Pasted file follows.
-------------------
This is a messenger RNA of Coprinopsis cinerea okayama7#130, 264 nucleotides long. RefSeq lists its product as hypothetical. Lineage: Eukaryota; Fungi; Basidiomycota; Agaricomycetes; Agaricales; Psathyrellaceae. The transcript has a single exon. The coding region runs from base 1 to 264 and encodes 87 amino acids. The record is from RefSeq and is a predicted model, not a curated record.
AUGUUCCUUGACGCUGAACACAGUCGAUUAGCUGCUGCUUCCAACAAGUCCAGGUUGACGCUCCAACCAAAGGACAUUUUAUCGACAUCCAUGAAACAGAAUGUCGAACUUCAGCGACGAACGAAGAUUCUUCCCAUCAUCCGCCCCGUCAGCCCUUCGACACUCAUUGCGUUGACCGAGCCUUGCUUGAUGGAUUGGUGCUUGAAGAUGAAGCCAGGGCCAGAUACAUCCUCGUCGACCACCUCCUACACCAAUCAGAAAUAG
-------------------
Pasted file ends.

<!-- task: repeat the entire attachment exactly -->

This is a messenger RNA of Coprinopsis cinerea okayama7#130, 264 nucleotides long. RefSeq lists its product as hypothetical. Lineage: Eukaryota; Fungi; Basidiomycota; Agaricomycetes; Agaricales; Psathyrellaceae. The transcript has a single exon. The coding region runs from base 1 to 264 and encodes 87 amino acids. The record is from RefSeq and is a predicted model, not a curated record.
AUGUUCCUUGACGCUGAACACAGUCGAUUAGCUGCUGCUUCCAACAAGUCCAGGUUGACGCUCCAACCAAAGGACAUUUUAUCGACAUCCAUGAAACAGAAUGUCGAACUUCAGCGACGAACGAAGAUUCUUCCCAUCAUCCGCCCCGUCAGCCCUUCGACACUCAUUGCGUUGACCGAGCCUUGCUUGAUGGAUUGGUGCUUGAAGAUGAAGCCAGGGCCAGAUACAUCCUCGUCGACCACCUCCUACACCAAUCAGAAAUAG